Free Patriotic Movement leader MP Michel Aoun defended after the Change and Reform bloc’s weekly meeting the Orthodox gathering electoral proposal stressing and expressed hope that the political parties will give the proposal a chance to be adopted in the 2013 parliamentary elections.
“We are experiencing the reasons that prompted the gathering to make its proposals in the first place.” Aoun said
Last week, a meeting of Maronite leaders at Bkirki reached an agreement to adopt the Orthodox gathering’s proposal for the electoral law that will be used in the 2013 elections. The proposal called for each sect to elect its own MPs based on the 50 /50 allocation of Muslims and Christians in the parliament , as stipulated in the Taef accord.
He encouraged discussion of the electoral law
“Everyone has the right to launch a discussion over the parliamentary electoral law and I don’t understand the fuss that have erupted over it,” he added.
“Why shouldn’t the Bkirki meeting agreement be discussed with other ideas?” he wondered
Commenting on the Syrian uprising he said that the Syrian government’s approval to allow Arab observers to monitor a deal to end the unrest in Syria “is a move in the right direction to calm down the situation, ” but accused the Arab League of following the path of the United States and Europe. In reference to calls for regime change in Damascus.
“I do not believe that Arabs can deviate from the US-European path that is attacking Syria and calling for a regime change,” Aoun a close ally of the Iranian and Syrian backed Hezbollah militants said.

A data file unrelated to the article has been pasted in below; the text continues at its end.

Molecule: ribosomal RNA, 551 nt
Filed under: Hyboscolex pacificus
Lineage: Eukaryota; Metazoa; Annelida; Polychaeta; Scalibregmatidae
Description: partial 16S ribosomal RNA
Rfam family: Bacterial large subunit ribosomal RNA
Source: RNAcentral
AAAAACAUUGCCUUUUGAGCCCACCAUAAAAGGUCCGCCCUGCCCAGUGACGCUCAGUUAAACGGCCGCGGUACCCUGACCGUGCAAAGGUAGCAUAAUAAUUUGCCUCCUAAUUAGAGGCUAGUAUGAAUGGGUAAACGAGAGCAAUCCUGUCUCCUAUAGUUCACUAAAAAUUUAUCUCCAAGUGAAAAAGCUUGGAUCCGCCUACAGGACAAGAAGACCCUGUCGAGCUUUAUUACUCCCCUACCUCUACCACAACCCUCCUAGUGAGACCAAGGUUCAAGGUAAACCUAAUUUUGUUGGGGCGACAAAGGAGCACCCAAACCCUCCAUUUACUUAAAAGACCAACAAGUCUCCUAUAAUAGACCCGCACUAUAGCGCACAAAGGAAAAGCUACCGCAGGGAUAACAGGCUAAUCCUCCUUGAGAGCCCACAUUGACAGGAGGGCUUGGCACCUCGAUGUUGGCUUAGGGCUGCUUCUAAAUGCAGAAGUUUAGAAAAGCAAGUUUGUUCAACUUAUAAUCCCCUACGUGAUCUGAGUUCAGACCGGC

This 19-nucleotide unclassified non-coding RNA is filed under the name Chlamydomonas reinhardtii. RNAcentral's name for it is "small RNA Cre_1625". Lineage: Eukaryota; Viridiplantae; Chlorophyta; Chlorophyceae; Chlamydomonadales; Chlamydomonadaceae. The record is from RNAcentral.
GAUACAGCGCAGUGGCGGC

Commenting on the demands by the Beirut MPs for the establishment of an arms-free Beirut, Aoun said: “What security incidents are they talking about? What assassinations are they referring to?”
“We want to know what crimes require the demand of the establishment of an arms-free city,” Aoun added
On Monday, Beirut MPs demanded that Beirut be established as an arms-free city after the frequent armed clashes that have erupted in the city in recent years.
Two men were wounded last week when a dispute over a parking lot developed into a gunfight in the west Beirut neighborhood of Zaydaniyeh. Following the clash, local gunmen were deployed in the area.
The incident came shortly after an armed clash reportedly broke out in the Beirut neighborhood of Burj Abi Haidar, though it was denied by the Lebanese Army.
“The armed clashes that broke out in several areas in Beirut in recent days, the last of which took place in Zaydaniyeh, and which some like to call a ‘security incident,’ cannot be viewed as a passing issue,” said the statement by the Beirut MPs . “And [Beirut] residents who are threatened by the shells of clashes between armed gangs in the streets and whose families’ safety and property are jeopardized cannot ignore this matter.”
The MPs said that civil peace should first be established in Beirut, adding that security incidents could spread to all Lebanese districts if the situation continues as is and “if solutions continue to be based on brokering agreements [between armed groups and the state rather than imposing the state’s authority].”